The British and Irish governments are desperately trying to rescue the Stormont administration.
Ministers are making a determined effort after the Ulster Unionist Party (UUP) withdrew on Tuesday, August 25, from the Stormont Executive.
UUP leader Mike Nesbitt’s decision last week to withdraw his only minister Danny Kennedy from the Executive was unanimously endorsed by the UUP’s ruling executive on Saturday.
Nesbitt said the PSNI Chief Constable George Hamilton’s assessment that the IRA still existed and that IRA members were involved in the murder of ex-IRA man Kevin McGuigan in Belfast, albeit without the sanction of the IRA leadership, had “shattered” trust in Sinn Fein.
The crisis threatening Stormont will be addressed by Taoiseach (Prime Minister) Enda Kenny when he makes a keynote address in Cambridge at a conference of the British Irish Association on Friday.
Kenny’s address was being preceded during this week by a series of high-level ministerial meetings in Dublin, London and Belfast in an attempt to avert the collapse of the Northern Executive and Assembly.
Kenny, Tánaiste (deputy prime minister) Joan Burton, Minister for Justice Frances Fitzgerald, Minister for Foreign Affairs Charlie Flanagan and Garda Commissioner Nóirín O'Sullivan met on Tuesday to discuss issues relating to security and the IRA.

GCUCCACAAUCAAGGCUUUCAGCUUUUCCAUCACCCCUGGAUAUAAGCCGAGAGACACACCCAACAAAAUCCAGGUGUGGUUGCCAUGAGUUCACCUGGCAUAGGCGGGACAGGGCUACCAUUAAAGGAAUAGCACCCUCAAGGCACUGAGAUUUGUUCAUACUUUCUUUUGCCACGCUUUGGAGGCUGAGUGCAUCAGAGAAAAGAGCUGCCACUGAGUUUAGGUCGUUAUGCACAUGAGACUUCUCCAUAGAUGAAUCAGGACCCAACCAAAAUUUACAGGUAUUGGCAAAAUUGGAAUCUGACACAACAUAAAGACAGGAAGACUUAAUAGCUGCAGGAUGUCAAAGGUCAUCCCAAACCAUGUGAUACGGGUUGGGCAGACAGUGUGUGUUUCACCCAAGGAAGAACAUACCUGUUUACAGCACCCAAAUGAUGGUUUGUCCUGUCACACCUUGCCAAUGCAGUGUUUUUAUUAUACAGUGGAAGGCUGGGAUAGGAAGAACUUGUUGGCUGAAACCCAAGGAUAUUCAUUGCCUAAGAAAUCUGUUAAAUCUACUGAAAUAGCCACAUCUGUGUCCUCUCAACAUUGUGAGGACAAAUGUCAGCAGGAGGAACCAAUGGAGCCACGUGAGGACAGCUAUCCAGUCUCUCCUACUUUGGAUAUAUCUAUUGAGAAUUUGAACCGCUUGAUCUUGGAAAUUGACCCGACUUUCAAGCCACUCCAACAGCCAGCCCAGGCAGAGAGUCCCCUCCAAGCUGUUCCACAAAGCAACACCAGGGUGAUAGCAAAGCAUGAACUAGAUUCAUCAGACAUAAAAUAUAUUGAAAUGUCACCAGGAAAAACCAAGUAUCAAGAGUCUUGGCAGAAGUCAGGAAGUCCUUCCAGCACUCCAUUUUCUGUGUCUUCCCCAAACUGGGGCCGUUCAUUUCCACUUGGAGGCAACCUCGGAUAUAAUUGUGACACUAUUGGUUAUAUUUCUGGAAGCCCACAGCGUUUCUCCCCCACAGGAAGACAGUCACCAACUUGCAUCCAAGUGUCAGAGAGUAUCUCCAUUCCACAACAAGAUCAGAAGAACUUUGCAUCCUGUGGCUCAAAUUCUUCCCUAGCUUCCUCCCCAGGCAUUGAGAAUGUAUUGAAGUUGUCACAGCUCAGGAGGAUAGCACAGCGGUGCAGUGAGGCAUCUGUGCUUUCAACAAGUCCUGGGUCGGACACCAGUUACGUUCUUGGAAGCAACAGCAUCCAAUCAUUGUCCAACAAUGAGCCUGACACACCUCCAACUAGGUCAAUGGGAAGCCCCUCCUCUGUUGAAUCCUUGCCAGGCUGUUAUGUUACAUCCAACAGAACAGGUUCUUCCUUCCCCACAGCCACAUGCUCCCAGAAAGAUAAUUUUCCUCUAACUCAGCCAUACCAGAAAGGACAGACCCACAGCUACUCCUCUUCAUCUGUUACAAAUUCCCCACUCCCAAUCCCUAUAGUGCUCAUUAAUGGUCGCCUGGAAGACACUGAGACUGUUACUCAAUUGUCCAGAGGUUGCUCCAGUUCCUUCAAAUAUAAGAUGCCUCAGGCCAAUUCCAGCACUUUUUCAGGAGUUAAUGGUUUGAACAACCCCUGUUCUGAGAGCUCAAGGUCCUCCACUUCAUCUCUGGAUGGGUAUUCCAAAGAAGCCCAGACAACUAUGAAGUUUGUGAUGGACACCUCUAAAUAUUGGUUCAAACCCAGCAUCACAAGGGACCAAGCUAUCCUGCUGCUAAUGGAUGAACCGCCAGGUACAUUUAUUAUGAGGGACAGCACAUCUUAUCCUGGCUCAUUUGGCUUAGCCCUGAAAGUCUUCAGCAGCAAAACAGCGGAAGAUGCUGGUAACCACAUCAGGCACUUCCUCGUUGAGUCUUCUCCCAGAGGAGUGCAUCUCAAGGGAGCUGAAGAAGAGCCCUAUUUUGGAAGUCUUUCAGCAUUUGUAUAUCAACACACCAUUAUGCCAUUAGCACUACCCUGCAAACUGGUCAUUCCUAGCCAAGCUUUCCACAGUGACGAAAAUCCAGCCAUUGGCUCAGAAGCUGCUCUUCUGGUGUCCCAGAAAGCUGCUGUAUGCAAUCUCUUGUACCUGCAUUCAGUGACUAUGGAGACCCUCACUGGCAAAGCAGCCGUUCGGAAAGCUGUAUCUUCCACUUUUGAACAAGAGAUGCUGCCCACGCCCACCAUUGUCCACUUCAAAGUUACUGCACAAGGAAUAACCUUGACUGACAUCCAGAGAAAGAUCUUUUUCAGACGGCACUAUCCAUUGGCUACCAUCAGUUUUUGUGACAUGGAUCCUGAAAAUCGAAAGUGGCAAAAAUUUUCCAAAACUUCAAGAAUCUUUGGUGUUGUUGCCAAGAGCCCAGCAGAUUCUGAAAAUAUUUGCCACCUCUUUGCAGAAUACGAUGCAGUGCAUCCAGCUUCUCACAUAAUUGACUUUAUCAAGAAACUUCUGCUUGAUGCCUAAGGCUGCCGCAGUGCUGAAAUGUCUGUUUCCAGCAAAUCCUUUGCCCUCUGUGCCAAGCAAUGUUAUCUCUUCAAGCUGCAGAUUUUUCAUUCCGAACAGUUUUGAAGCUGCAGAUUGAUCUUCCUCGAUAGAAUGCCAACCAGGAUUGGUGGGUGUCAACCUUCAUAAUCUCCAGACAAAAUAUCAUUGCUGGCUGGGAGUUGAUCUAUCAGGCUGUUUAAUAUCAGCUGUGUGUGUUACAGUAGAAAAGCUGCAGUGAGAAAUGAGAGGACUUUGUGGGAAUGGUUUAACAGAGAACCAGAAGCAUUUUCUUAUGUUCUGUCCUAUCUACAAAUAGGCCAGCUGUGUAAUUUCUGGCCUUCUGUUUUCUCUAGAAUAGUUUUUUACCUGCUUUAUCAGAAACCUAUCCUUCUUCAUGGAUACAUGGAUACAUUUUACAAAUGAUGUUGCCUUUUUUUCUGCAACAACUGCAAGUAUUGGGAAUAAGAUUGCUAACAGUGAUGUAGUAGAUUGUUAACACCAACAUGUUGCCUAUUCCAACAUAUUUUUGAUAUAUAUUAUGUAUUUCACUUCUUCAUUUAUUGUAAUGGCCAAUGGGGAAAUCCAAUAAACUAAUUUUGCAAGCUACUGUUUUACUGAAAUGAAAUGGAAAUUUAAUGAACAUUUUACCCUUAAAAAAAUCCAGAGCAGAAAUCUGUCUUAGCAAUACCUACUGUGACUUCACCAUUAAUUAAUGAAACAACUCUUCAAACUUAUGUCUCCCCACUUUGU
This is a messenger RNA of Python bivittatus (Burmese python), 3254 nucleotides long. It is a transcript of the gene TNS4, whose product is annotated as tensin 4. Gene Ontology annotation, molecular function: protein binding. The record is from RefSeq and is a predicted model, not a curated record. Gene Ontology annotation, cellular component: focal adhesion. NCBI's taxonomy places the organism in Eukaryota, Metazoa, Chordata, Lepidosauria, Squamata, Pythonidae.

There was also a meeting on Tuesday in Dublin between Britain’s Northern Secretary Theresa Villiers and Flanagan and Fitzgerald.
British Prime Minister David Cameron was under pressure to penalize Sinn Fein when he talked with Democratic Unionist Party (DUP) leader Peter Robinson and his deputy Nigel Dodds at Downing Street.
So far, the DUP has resisted pressure to follow the UUP out of Stormont.
Robinson, Northern Ireland’s first minister, said it was “a time for cool heads, clear thinking and a steely resolve to ensure that democracy and the rule of law triumph over terror and murder.”
Writing on Monday in the Belfast Telegraph, he said he agreed with police analysis that some IRA members were involved in the recent murder of McGuigan and that some IRA structures remain in place.
The DUP leader said “this was not the time to flee the battlefield.”
“In the coming days, we will hold fast to the fundamental principle that those who are in government in Northern Ireland cannot also be involved with those who engage in paramilitary and criminal activity,” Robinson said.
Sinn Fein deputy leader Mary Lou McDonald criticized Unionists who had called for Sinn Fein’s expulsion from the Assembly.
She insisted her party believes anyone involved in criminality, including the McGuigan murder under investigation, “must be pursued, apprehended, and prosecuted.”